The Federal Government Is Trying to Use the Federal Government to Select Senators

The Federal Government Is Trying to Use the Federal Government to Select Senators

Education choice supporters win big in 2022 midterm elections (VoterID, Voter ID, Voter Registration) — and lose big in 2020 cycle.

The U.S. Constitution specifies that the choice of senators is to be made from a “direct choice,” that is, not by “the suffrage of the majority of the whole number of persons [electing].”

While states such as Wisconsin, Michigan, Pennsylvania, and New Hampshire already have “direct choice” voting systems (in combination with voter ID laws that exclude a portion of the population), the federal government is about to start an unprecedented experiment with direct election of senators.

A number of states have already enacted voter identification laws that require ID to vote, but there are a few other states that are considering implementing similar versions of voter ID laws to reduce, if not eliminate, the influence of the Democratic Party. This proposal to use the federal government to implement a system to select senators is, as you can guess, a popular cause among the left-wing activists who see it as a way to reduce the power of the Senate and the influence the Democratic Party has — or should have, given the power to change the rules the party now has — in the Senate.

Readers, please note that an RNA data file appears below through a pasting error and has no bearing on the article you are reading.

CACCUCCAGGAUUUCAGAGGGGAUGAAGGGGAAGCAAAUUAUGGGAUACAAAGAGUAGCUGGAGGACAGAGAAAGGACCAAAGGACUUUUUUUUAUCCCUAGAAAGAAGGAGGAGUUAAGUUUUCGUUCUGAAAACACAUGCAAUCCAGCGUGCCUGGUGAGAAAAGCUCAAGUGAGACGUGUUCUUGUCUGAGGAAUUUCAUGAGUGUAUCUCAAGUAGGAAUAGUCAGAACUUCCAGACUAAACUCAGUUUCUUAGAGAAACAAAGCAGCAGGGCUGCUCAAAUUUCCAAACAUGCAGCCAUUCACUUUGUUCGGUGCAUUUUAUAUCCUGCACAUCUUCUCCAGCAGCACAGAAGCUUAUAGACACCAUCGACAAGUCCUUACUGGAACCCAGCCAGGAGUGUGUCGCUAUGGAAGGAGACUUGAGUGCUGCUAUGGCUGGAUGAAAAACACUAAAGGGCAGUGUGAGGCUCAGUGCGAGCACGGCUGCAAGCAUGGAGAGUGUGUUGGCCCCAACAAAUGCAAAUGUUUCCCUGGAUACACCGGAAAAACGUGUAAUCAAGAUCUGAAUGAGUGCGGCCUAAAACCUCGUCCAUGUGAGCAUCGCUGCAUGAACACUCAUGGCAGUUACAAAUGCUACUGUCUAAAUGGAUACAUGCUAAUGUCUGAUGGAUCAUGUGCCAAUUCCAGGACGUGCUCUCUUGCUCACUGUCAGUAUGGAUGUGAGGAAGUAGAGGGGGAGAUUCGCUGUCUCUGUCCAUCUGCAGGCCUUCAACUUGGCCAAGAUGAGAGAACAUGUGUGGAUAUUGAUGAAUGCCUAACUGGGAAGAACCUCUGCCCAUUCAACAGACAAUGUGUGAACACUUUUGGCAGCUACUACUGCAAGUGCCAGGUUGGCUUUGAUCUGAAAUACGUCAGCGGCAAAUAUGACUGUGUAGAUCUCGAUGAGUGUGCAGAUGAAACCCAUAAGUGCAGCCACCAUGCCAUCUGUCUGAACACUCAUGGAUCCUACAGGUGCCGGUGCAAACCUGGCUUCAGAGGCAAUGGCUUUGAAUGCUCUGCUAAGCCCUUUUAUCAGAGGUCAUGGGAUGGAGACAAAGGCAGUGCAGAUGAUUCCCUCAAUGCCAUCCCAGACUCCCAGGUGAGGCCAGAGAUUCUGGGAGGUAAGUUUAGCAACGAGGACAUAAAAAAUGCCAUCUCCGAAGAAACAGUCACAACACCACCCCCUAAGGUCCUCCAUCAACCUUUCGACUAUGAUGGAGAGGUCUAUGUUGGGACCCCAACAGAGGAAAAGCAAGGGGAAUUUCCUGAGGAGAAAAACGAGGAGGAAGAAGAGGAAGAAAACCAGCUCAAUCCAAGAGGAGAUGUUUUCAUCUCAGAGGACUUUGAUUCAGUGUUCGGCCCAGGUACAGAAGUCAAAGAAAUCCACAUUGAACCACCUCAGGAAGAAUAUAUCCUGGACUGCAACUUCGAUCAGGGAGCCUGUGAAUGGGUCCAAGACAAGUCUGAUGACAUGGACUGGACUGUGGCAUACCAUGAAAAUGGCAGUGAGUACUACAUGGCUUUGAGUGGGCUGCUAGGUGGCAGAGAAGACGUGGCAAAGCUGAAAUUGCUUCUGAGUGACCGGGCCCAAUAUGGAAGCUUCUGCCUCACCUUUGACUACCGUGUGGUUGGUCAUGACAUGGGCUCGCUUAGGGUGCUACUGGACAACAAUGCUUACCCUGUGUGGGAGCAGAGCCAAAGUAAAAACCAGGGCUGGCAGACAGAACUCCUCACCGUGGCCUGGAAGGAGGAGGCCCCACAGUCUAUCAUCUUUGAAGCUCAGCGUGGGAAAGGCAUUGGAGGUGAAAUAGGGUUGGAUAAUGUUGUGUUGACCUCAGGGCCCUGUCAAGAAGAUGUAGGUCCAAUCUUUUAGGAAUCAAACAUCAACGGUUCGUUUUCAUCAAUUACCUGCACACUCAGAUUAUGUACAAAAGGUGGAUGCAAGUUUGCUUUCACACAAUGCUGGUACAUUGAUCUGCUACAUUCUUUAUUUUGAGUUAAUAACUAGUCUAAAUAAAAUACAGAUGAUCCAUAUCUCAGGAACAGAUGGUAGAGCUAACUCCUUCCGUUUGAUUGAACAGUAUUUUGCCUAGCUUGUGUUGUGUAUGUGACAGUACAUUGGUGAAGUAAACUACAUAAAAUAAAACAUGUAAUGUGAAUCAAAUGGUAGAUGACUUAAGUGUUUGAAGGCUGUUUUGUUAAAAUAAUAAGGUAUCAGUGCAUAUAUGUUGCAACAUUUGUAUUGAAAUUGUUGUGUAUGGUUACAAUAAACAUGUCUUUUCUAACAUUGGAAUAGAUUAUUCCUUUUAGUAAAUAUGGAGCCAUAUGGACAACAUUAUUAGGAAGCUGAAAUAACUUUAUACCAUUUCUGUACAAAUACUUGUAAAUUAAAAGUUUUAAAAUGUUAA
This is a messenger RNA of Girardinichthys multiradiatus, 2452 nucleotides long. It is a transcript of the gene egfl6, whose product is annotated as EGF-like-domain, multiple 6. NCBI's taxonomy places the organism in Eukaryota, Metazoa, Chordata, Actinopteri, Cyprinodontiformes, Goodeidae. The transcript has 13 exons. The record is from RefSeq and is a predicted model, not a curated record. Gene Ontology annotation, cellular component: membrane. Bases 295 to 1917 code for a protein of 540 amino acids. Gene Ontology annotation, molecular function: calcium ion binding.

As Common Dreams outlined in 2011, the Federal Government has been granted the power to determine “the number, nature, and method of selection” of its members for over 200 years, according to the Constitution’s “Rule of Appointments.”

With that power comes special responsibilities related to the people’s representatives and how the federal government is controlled.

As Common Dreams has reported, the process in a number of states and territories has been hijacked by a powerful interest group, which has succeeded in preventing the public from having a say and in imposing their will through an unfair and secretive process.

The system is, in these areas, highly susceptible to abuse, often by interest groups without any meaningful power, and, in most cases, using money, manipulation of the process, and intimidation to achieve their goals.

One such example is the so-called “Reform” or “Conservative” Party in the former territories of the United States, which came to power in a series of high-profile elections and have been successful in controlling elections for federal offices such

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